Shirley Manson of Garbage honors Sinéad O'Connor: Listen now

'She's been an artist that's stuck with me for decades and has never let me down. I've never felt disappointed by her... I've never felt embarrassed'
Shirley Manson, Sinéad O'Connor
Shirley Manson, Sinéad O'Connor Photo credit Joshua Blanchard/Getty Images
By , Audacy

This week on the Rolling Stone Music Now podcast, listen for a look back at the life and music of late Irish singer Sinéad O'Connor as Shirley Manson of Garbage joins host Brian Hiatt to talk about her artistry and influence.

LISTEN NOW: Rolling Stone Music Now | The Life and Music of Sinéad O'Connor

Photo credit Rolling Stone Music Now

O'Connor's passing last week at the age of 56, which came soon after the death of her 17-year-old son Shane, "really has shaken me," says Manson. But the Garbage singer admits, "I did not find it unexpected. In fact quite the opposite. I have been waiting for this for some time now, to be honest. I understood what crisis she was in, and I was very concerned."

"My biggest fear has come true," Shirley continues, "but I can't say I'm surprised. I know that she struggled with a bi-polar disorder, and I think the ultimate calamity in her life was of course the death, the suicide of her son. I think that it signed her own death warrant right there. It's a dark story -- there's no way of looking at it in a particularly positive light... but I'm sure as time passes we'll feel differently and process this differently."

Shirley's first acquaintance with Sinéad came from reading the music papers, tracking her career with some obsession over the years, and after seeing her perform "Mandinka" on Top of the Pops in the late 80s, her fandom was cemented. "She's been an artist that's stuck with me for decades and has never let me down. I've never felt disappointed by her... I've never felt embarrassed. I've always felt so aligned with her thinking." says Manson.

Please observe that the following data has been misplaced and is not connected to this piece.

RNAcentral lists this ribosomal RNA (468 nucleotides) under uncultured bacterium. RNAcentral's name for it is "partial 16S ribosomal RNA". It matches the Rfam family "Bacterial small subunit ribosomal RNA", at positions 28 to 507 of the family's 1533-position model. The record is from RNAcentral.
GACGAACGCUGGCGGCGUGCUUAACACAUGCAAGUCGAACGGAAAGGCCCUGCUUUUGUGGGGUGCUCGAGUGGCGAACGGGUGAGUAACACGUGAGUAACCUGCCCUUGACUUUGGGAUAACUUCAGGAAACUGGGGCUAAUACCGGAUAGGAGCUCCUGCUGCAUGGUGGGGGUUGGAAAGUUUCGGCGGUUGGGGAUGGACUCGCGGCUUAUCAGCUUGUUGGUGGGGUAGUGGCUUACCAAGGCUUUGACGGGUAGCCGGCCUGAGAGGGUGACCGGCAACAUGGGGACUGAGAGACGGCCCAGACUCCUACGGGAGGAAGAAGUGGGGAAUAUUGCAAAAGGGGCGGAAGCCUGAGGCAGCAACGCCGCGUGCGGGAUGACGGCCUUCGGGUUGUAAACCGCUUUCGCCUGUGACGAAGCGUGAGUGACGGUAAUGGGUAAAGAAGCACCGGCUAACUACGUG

"First and foremost," Shirley adds, she says she fell in love with her "spectacular" voice. "She truly is a great -- she's one of the greats, a great vocalist... To my mind she's up there with Nina Simone and Billie Holiday. She's just got something that is impossible to emulate. Nobody can touch her range or her expression... She could just flip from a falsetto with the sound of an angel, and then straight into this super fierce, hardcore, almost Punk rock, and sound legitimate in any of these moods."

Also in this episode, longtime Rolling Stone writer David Wild looks back at his 1991 cover-story interview with O'Connor.

Listen to the full SInéad O'Connor tribute episode of Rolling Stone Music Now ' above -- now playing on Audacy -- and follow along for more conversations with the writers and editors of Rolling Stone, bringing listeners inside the biggest stories in music.

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Featured Image Photo Credit: Joshua Blanchard/Getty Images